|Institution||School of Medicine and Dentistry|
|Address||University of Rochester Medical Center|
School of Medicine and Dentistry
601 Elmwood Ave, Box 703
Rochester NY 14642
||Second Choremion Research Award, Athens, Greece|
||University of Rochester Postdoctoral Academic Mentoring Award|
||George Washington Goler Associate Professor of Pediatrics|
||George Washington Goler Professor of Pediatrics|
Dr. Palis' research interests are:
1) Ontogeny of the mammalian hematopoietic system,
2) Differentiation of the erythroid lineage,
3) Erythroid precursor self-renewal, and
4) Response of the hematopoietic system to ionizing radiation
Hematopoietic stem cells responsible for the production of blood cells throughout life arise during embryogenesis. However, the mechanisms that initiate blood cell development are largely unknown. The long-term aim of Dr. Palis' laboratory is to elucidate the cellular and molecular events underlying the initiation of hematopoiesis in the mammalian embryo. The first hematopoietic cells to emerge during mammalian embryogenesis are "primitive" red cells that are necessary for survival of the fetus. Their recent studies indicate that the primitive erythroid lineage in mice as "mammalian", rather than "non-mammalian" in character. Primitive erythropoiesis will thus serve as an important model of mammalian erythroid differentiation. Hematopoiesis originates in the yolk sac of embryos and transitions to the liver of the fetus. Two waves of hematopoietic progenitors have been identified in the yolk sac prior to colonization of the liver and the lineage composition and relationships of these primitive and definitive progenitor waves are under active investigation. Their studies indicate that the onset of hematopoiesis within the yolk sac of mammals is much more complex than previously thought.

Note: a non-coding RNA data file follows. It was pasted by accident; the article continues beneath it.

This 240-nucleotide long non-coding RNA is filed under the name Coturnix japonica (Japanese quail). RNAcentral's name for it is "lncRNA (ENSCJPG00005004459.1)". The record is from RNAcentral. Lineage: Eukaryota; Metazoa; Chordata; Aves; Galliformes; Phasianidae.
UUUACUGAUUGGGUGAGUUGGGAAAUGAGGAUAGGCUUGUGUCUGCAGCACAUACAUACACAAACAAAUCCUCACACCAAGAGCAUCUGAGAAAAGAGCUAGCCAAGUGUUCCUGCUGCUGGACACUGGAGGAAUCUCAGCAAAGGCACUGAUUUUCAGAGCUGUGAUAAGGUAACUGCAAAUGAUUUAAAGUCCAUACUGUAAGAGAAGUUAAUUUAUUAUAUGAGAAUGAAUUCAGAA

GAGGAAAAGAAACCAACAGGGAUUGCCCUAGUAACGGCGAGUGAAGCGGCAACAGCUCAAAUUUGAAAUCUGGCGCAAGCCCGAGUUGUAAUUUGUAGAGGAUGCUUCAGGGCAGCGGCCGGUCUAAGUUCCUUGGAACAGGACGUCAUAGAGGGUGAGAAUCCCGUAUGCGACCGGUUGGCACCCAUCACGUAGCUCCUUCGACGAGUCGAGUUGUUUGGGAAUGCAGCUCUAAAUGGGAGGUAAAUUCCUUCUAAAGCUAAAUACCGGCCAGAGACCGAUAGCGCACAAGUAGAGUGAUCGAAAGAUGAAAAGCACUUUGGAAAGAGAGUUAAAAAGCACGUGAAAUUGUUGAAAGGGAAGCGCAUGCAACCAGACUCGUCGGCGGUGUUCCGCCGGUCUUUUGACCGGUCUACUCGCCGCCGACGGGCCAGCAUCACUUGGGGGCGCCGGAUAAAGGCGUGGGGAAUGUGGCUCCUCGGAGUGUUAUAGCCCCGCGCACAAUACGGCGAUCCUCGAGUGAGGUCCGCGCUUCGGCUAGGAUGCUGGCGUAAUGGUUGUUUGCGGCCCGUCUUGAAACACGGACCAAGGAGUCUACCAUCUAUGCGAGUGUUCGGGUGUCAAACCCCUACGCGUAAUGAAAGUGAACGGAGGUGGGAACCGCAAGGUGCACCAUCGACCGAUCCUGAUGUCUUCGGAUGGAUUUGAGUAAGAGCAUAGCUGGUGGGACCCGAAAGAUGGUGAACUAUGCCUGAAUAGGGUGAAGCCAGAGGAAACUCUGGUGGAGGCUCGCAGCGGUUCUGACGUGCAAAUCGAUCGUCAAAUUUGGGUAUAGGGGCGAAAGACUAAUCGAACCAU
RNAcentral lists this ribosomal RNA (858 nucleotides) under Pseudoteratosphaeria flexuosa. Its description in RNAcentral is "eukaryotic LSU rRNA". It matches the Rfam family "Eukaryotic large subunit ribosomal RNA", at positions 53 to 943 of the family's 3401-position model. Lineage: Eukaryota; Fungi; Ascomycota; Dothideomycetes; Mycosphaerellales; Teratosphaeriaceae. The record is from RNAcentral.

The hematopoietic system of the adult is exquisitely sensitive to xenotoxic insults. The Palis laboratory is investigating the response of the erythroid and megakaryocyte lineages to ionizing radiation. These studies will provide for the rational use of cytokines and other agents to mitigate the deleterious effects of external radiation.
An understanding of the ontogeny of mammalian hematopoiesis and its reponse to damage will ultimately produce insights into the regulation and expansion of hematopoietic stem cells. These insights will also lead to a better understanding of genetic disorders, bone marrow failure syndromes and leukemias, ultimately leading to improvements in bone marrow transplantation for the curative treatment of numerous congenital anemias, genetic diseases, and several forms of childhood and adult cancers.
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